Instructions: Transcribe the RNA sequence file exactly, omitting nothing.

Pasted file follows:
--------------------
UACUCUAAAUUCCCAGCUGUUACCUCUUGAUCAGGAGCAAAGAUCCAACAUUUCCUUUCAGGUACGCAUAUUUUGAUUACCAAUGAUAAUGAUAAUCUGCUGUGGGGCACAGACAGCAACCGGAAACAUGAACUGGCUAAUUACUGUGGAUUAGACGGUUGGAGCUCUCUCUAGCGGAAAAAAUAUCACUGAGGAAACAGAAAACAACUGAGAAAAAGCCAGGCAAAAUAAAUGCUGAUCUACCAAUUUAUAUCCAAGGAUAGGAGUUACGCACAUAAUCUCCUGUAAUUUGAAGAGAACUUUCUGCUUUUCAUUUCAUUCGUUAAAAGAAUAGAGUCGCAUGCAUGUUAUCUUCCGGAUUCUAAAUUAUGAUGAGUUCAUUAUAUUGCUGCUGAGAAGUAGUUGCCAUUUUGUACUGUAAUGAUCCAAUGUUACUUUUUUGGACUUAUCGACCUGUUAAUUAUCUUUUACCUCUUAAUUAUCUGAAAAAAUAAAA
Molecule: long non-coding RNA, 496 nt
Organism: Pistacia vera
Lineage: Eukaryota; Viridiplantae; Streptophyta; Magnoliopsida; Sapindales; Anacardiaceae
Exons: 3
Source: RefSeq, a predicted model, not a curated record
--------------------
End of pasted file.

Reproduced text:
UACUCUAAAUUCCCAGCUGUUACCUCUUGAUCAGGAGCAAAGAUCCAACAUUUCCUUUCAGGUACGCAUAUUUUGAUUACCAAUGAUAAUGAUAAUCUGCUGUGGGGCACAGACAGCAACCGGAAACAUGAACUGGCUAAUUACUGUGGAUUAGACGGUUGGAGCUCUCUCUAGCGGAAAAAAUAUCACUGAGGAAACAGAAAACAACUGAGAAAAAGCCAGGCAAAAUAAAUGCUGAUCUACCAAUUUAUAUCCAAGGAUAGGAGUUACGCACAUAAUCUCCUGUAAUUUGAAGAGAACUUUCUGCUUUUCAUUUCAUUCGUUAAAAGAAUAGAGUCGCAUGCAUGUUAUCUUCCGGAUUCUAAAUUAUGAUGAGUUCAUUAUAUUGCUGCUGAGAAGUAGUUGCCAUUUUGUACUGUAAUGAUCCAAUGUUACUUUUUUGGACUUAUCGACCUGUUAAUUAUCUUUUACCUCUUAAUUAUCUGAAAAAAUAAAA
Molecule: long non-coding RNA, 496 nt
Organism: Pistacia vera
Lineage: Eukaryota; Viridiplantae; Streptophyta; Magnoliopsida; Sapindales; Anacardiaceae
Exons: 3
Source: RefSeq, a predicted model, not a curated record